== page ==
post Jul 8 2009, 12:23 PM
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It is very true the world is a changing... faster than we can imagine...

Thank goodness we have the Arabian Horse and even more that we have the Straight Egyptian Arabian Horse...

I don't agree with all that has been said because I think what should be a huge benefit of breeding Straight Egyptians is that you can follow each others results with a clearer picture, add the history and a much higher level of predicability that can allow a wana to be and/or genuine breeder alike to make a valuable contribution to the next generation. Add the latest and bestest breeding options at their finger tips or bank accounts to match and some truly unique and previously impossible results may eventuate.

What I do have to agree with, is that if you truly want to achieve a breeding program of longevity then you had better have vision, patience, stability and a very clear conviction. Don't forget to mention a good measure of ability to admit if you get it wrong and the strength of character to make the required changes.

For me I had the fortune to contract the addiction for the Arabian Horse as a youth. Dad had been drawn to the Arabian as the ultimate family pleasure horse. He had the fortune of being raised with horses being required for transportation and the farm laborer. It was also a changing world but the love of horses is instinctive.

I may have been influenced via osmosist. Dad had added to his addiction and discovered a fascination of the "modern" Egyptian horse. Straight Egyptian wasn't really considered, but this was late 1960's.

The breeding program of Holly Farm has been dedicated to producing an Arabian Horse with identifiable form and function. We have never followed fad or fashion, sometimes we have set it but stayed on course. I can only imagine what my Dad would say given that we still breed almost to the letter as he set the foundation. Where we have been and the journey and life these horses have achieved is nothing short of miraculous. We win and produce Champion Show horses and Champion Endurance horses. They provide us with a living and lifestyle second to none.

Now I have Sandie who has added her passion for the Arabian horse. While doing a "Stud Crawl" it was confirmed she was smitten with the Straight Egyptian and in particular Imperial Maakir. ...!

So "Al Zayd Straight Egyptians" was created in addition to Holly Farm. Huge influences to our vision is the inspiration of Morafic. A classic masterpiece the ultimate athlete. Unbreakable impenetrable companion. Way beyond life it's self... sculptured beauty, a strong function.... all we can imagine....!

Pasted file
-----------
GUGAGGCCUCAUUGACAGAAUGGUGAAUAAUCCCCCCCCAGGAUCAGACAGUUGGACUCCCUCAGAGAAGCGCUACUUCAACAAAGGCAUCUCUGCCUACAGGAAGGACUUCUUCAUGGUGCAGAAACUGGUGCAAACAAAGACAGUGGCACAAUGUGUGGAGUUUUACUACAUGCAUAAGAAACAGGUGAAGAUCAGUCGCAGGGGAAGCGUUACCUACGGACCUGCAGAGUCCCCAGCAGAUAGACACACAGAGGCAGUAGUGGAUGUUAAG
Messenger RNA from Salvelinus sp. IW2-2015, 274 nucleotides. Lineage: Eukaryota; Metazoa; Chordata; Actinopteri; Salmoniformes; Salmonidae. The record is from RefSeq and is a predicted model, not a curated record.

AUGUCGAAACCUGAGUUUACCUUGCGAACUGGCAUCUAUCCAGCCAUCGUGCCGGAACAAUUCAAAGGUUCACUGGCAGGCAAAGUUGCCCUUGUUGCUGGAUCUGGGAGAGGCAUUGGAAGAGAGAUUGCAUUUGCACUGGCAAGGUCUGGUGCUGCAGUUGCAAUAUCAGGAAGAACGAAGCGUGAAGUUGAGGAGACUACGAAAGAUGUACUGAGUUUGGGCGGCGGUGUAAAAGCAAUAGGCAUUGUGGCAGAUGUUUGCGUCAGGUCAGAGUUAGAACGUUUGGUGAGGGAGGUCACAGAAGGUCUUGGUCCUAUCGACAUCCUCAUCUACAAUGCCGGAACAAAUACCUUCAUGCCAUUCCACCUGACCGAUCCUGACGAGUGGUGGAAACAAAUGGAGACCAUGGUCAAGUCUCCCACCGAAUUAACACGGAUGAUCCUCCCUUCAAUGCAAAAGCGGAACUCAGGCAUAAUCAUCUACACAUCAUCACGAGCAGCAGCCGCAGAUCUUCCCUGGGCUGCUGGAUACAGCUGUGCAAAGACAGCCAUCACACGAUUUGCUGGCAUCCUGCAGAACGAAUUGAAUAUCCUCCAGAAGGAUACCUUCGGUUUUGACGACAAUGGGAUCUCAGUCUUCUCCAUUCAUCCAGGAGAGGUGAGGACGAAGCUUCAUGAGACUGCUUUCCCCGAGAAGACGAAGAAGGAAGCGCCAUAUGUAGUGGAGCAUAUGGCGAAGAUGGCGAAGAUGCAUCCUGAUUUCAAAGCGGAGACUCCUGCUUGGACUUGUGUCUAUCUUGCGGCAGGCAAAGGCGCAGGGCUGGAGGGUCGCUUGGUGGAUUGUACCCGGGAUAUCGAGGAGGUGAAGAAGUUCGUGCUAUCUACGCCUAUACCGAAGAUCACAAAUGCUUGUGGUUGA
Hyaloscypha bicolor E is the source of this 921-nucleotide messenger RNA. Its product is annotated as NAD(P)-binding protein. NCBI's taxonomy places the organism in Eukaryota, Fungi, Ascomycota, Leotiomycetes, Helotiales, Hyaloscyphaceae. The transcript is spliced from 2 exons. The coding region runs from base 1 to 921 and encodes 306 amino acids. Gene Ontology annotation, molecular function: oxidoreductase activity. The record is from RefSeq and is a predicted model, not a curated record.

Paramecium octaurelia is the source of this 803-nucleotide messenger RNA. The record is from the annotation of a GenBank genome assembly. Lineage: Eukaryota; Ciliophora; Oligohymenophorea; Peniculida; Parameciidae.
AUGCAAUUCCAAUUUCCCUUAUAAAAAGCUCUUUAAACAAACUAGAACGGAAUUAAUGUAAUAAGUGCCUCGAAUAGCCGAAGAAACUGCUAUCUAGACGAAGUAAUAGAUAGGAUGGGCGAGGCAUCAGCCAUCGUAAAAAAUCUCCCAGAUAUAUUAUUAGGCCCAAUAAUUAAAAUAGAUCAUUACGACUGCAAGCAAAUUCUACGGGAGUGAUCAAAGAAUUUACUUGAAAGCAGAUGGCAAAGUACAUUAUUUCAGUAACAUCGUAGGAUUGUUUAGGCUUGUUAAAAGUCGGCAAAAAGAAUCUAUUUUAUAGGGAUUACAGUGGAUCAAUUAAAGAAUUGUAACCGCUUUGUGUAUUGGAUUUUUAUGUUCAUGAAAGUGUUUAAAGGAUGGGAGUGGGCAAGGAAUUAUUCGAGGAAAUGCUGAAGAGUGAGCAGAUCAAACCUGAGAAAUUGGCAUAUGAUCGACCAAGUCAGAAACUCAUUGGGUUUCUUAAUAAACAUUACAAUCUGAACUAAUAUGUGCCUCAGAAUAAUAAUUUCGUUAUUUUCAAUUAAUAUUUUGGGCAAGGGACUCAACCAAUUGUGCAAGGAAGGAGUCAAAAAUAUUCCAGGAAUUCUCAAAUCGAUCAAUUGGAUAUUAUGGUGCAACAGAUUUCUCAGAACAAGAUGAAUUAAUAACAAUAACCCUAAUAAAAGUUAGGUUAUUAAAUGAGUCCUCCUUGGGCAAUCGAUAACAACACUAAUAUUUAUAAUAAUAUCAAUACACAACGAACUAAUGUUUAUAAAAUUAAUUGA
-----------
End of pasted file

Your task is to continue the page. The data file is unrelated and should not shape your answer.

... the responsibilities are massive and should be approached with commitment. What a privilege breeders have to make a contribution to creating the next generation.

David Marshall and Sandie MacLean
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Dr Daniel Wigger
post Jul 8 2009, 02:51 PM
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QUOTE (idan atiq @ Jul 8 2009, 08:02 AM)
Dear Dr. Wigger,
Yes, absolutely.  These importations had such tremendous influence worldwide both via the Babolna program, Nagels's program, other German programs established around them. That is what piqued our interest over many years.  It is our privilege to try to preserve the program built around those horses that established families at Babolna.  From the mid-90s they seemed to mostly have been scattered in so many directions.  Hopefully we can build a nucleus carrying on the best traits of the Babolna Egyptian.
With best wishes,
Tzviah Idan
*


Dear Tzviah,

if one studies the original composition of the "Babolna herd" and the programs and prolific lines that developed from it, one might get a clue about the vision behind. Just out of the back of my head the following horses were chosen for Babolna:

Ibn Galal/Magdi
Ghalion
Farag

Hanan
El Thayeba
Mahiba
Hanadi
Lotfeia
El Aziza
Bint Inas
Tamria
Bint Azza I
Momtaza
Hosna

Except for El Thayeba, all mares founded lines that still produce today. There are some programs in the world that show a marked resemblance of some of their horses in type although using different letters from this small alphabet and different sires to continue. Think of NK, El Thayeba, your program and Simeon stud. This somehow indicates to me, that the above group must have had a lot of traits in common even if there are none or only few photos of some of the mares available today.